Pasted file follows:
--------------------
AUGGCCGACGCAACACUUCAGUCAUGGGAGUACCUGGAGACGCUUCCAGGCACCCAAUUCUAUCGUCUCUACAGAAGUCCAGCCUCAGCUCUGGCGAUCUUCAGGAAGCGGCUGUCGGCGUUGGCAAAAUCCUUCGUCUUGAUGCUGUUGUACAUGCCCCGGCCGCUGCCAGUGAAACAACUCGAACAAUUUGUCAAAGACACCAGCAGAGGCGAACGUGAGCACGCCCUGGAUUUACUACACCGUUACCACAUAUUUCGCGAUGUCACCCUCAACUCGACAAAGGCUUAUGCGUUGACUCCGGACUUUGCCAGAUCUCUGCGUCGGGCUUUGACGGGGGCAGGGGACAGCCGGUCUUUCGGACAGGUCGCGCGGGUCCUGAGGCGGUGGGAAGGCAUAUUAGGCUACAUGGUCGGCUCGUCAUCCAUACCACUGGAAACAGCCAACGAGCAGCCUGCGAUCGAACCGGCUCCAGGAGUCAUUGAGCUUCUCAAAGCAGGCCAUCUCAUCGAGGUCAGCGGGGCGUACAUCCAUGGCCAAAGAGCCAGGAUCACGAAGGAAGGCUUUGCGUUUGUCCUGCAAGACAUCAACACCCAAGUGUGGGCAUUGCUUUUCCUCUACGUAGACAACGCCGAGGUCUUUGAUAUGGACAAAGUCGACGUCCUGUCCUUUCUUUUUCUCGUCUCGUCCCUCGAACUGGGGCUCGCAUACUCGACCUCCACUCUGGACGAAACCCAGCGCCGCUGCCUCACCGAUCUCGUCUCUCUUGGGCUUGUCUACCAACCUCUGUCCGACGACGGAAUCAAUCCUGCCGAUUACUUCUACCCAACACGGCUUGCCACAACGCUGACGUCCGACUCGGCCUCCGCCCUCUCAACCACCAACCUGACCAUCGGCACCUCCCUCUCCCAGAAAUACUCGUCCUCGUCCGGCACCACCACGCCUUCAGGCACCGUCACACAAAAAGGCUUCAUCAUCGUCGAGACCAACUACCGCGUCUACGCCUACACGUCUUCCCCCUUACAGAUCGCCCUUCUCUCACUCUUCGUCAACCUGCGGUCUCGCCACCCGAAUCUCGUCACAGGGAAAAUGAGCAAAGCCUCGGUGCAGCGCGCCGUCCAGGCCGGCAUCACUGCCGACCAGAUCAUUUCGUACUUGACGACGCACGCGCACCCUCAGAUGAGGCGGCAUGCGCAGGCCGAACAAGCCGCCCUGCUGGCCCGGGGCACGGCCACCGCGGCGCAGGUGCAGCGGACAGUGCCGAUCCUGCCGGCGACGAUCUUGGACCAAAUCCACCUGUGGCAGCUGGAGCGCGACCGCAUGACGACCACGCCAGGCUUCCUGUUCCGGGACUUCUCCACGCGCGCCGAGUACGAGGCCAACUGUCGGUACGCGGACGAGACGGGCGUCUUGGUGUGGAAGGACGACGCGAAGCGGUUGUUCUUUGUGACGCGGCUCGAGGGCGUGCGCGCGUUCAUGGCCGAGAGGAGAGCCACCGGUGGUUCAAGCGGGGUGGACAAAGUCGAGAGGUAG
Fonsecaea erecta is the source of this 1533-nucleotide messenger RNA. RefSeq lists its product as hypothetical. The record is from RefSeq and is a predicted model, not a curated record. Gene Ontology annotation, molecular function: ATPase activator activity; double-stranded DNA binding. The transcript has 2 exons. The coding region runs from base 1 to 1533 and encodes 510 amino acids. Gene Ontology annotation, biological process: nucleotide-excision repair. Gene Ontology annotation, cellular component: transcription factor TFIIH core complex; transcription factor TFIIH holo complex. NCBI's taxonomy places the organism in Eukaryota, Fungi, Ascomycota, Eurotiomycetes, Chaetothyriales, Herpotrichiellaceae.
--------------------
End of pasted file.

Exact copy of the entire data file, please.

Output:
AUGGCCGACGCAACACUUCAGUCAUGGGAGUACCUGGAGACGCUUCCAGGCACCCAAUUCUAUCGUCUCUACAGAAGUCCAGCCUCAGCUCUGGCGAUCUUCAGGAAGCGGCUGUCGGCGUUGGCAAAAUCCUUCGUCUUGAUGCUGUUGUACAUGCCCCGGCCGCUGCCAGUGAAACAACUCGAACAAUUUGUCAAAGACACCAGCAGAGGCGAACGUGAGCACGCCCUGGAUUUACUACACCGUUACCACAUAUUUCGCGAUGUCACCCUCAACUCGACAAAGGCUUAUGCGUUGACUCCGGACUUUGCCAGAUCUCUGCGUCGGGCUUUGACGGGGGCAGGGGACAGCCGGUCUUUCGGACAGGUCGCGCGGGUCCUGAGGCGGUGGGAAGGCAUAUUAGGCUACAUGGUCGGCUCGUCAUCCAUACCACUGGAAACAGCCAACGAGCAGCCUGCGAUCGAACCGGCUCCAGGAGUCAUUGAGCUUCUCAAAGCAGGCCAUCUCAUCGAGGUCAGCGGGGCGUACAUCCAUGGCCAAAGAGCCAGGAUCACGAAGGAAGGCUUUGCGUUUGUCCUGCAAGACAUCAACACCCAAGUGUGGGCAUUGCUUUUCCUCUACGUAGACAACGCCGAGGUCUUUGAUAUGGACAAAGUCGACGUCCUGUCCUUUCUUUUUCUCGUCUCGUCCCUCGAACUGGGGCUCGCAUACUCGACCUCCACUCUGGACGAAACCCAGCGCCGCUGCCUCACCGAUCUCGUCUCUCUUGGGCUUGUCUACCAACCUCUGUCCGACGACGGAAUCAAUCCUGCCGAUUACUUCUACCCAACACGGCUUGCCACAACGCUGACGUCCGACUCGGCCUCCGCCCUCUCAACCACCAACCUGACCAUCGGCACCUCCCUCUCCCAGAAAUACUCGUCCUCGUCCGGCACCACCACGCCUUCAGGCACCGUCACACAAAAAGGCUUCAUCAUCGUCGAGACCAACUACCGCGUCUACGCCUACACGUCUUCCCCCUUACAGAUCGCCCUUCUCUCACUCUUCGUCAACCUGCGGUCUCGCCACCCGAAUCUCGUCACAGGGAAAAUGAGCAAAGCCUCGGUGCAGCGCGCCGUCCAGGCCGGCAUCACUGCCGACCAGAUCAUUUCGUACUUGACGACGCACGCGCACCCUCAGAUGAGGCGGCAUGCGCAGGCCGAACAAGCCGCCCUGCUGGCCCGGGGCACGGCCACCGCGGCGCAGGUGCAGCGGACAGUGCCGAUCCUGCCGGCGACGAUCUUGGACCAAAUCCACCUGUGGCAGCUGGAGCGCGACCGCAUGACGACCACGCCAGGCUUCCUGUUCCGGGACUUCUCCACGCGCGCCGAGUACGAGGCCAACUGUCGGUACGCGGACGAGACGGGCGUCUUGGUGUGGAAGGACGACGCGAAGCGGUUGUUCUUUGUGACGCGGCUCGAGGGCGUGCGCGCGUUCAUGGCCGAGAGGAGAGCCACCGGUGGUUCAAGCGGGGUGGACAAAGUCGAGAGGUAG
Fonsecaea erecta is the source of this 1533-nucleotide messenger RNA. RefSeq lists its product as hypothetical. The record is from RefSeq and is a predicted model, not a curated record. Gene Ontology annotation, molecular function: ATPase activator activity; double-stranded DNA binding. The transcript has 2 exons. The coding region runs from base 1 to 1533 and encodes 510 amino acids. Gene Ontology annotation, biological process: nucleotide-excision repair. Gene Ontology annotation, cellular component: transcription factor TFIIH core complex; transcription factor TFIIH holo complex. NCBI's taxonomy places the organism in Eukaryota, Fungi, Ascomycota, Eurotiomycetes, Chaetothyriales, Herpotrichiellaceae.